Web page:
When I was seventeen, I had a view of my life. I saw myself as well-educated with a good job, a home, and friends. I did not see myself in any kind of relationship. “I don’t think I’ll ever get married,” I said to my mother.
“Of course you will,” she said. “Everybody does. It’s what you’re supposed to do.”
My father was the youngest of six children. A significant gap separated him from his five older siblings. I had first cousins my parents’ age. The boys, described as hellions, made a dramatic change once married. “You wouldn’t believe the change in Teddy,” my grandmother said. “It just goes to show the right woman makes all the difference.”
At 24, in college, I met a woman. We became good friends and married, as I was expected to do. We put each other through college and graduate school, built careers, bought a home, and raised two daughters.
After 19 years of marriage we divorced.
At the same time, the community college where I was library director faced financial uncertainty. The board of trustees and administration decided the college’s fiscal difficulties could be solved by reducing the number of senior faculty. As union members, the affected faculty challenged the RIF. I opted not to join the action. If they don’t want me here, I thought, I don’t want to be here. I found a new job and moved to Pasadena to begin a new life.
A professor in my doctoral program at USC found me through my business. We became friends. He invited me to attend All Saints Church in Pasadena. The first Sunday I attended All Saints the sound of the pipe organ and the procession of the choir and clergy into the church brought me to tears. I felt at home.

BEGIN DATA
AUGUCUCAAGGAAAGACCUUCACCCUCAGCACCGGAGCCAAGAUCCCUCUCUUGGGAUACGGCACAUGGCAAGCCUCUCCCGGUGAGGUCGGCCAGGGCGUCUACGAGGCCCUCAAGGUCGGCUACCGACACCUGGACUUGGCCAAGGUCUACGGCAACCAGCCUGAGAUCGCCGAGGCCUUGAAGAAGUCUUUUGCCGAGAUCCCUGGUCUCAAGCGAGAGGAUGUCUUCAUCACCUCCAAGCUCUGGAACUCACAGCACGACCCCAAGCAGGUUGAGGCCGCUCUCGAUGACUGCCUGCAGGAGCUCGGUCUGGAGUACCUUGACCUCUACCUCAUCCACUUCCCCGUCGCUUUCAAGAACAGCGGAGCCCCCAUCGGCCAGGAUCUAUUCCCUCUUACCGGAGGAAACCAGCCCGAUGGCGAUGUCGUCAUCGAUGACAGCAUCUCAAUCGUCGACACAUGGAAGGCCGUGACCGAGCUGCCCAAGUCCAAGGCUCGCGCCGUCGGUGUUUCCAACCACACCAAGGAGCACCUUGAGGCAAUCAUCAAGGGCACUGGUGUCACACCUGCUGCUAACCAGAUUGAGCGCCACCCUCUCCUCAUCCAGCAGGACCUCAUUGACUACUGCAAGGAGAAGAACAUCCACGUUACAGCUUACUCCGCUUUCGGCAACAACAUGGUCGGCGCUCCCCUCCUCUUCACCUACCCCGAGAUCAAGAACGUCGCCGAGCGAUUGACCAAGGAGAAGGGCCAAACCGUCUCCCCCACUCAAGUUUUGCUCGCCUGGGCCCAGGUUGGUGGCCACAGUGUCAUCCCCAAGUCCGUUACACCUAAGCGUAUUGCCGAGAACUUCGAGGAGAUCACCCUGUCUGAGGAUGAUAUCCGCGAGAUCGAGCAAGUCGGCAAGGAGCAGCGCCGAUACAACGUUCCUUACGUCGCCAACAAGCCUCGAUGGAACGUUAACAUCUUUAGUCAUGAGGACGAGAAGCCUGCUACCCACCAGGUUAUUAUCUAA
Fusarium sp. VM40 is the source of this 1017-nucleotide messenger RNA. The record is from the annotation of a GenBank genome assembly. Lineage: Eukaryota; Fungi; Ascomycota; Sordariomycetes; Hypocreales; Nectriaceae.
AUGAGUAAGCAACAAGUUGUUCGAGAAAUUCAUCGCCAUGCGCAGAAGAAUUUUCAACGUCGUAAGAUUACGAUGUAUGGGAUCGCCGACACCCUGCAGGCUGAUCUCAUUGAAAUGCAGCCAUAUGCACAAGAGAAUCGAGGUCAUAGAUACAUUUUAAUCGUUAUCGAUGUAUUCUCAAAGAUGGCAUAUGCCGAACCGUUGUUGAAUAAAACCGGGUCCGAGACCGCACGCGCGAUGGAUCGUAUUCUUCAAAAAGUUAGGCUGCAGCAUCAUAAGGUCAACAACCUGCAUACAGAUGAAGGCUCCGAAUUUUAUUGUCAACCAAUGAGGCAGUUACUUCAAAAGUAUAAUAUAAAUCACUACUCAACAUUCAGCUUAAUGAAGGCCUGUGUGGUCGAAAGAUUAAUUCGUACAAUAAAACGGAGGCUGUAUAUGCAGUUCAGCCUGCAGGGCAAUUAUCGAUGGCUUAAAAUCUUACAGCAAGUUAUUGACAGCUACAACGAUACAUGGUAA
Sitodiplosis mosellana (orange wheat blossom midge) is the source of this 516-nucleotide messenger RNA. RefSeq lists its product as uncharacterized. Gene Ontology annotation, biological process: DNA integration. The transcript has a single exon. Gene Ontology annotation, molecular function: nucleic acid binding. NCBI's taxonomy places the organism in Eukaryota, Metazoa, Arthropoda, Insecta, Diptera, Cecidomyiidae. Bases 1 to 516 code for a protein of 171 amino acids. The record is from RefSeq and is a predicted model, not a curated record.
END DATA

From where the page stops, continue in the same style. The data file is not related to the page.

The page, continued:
I joined the Covenant group to become a member of the church and subsequently became a Covenant small group leader.
The Gay and Lesbian All Saints(GALAS) ministry provided a positive, supportive, safe, caring, and loving environment in which to come out.
I was asked to serve on the parish council. The first meeting of the council was a retreat at a park in Altadena. Typical of All Saints’ small group focus, each member of the council introduced him or herself and shared an aspect of their spiritual journey. Dick, talked about his struggle with alcohol, Alcoholics Anonymous, and finding his way to All Saints.
A day or two later, I wrote in my journal about whether it was possible I might be alcoholic. “I am an alcoholic,” I wrote. I challenged myself to read the words aloud. “I am an alcoholic,” I said. What followed was a miracle. I felt a powerful force, the hand of God, reach into the darkness of my life to take away the obsession to drink. Thirty-one years ago, God removed from my life the need or desire to drink alcohol.
I called Dick to tell him of my experience. He invited me to attend an AA meeting where he introduced me to supportive, accepting, and loving people who helped me find my way into the twelve steps of Alcoholics Anonymous and the beginning of a new life in sobriety.
In AA when we share our journeys we talk about our experience, strength, and hope. We describe what life was like when we drank, what happened, and what life is like now.
Today, I live the life I envisioned at age seventeen.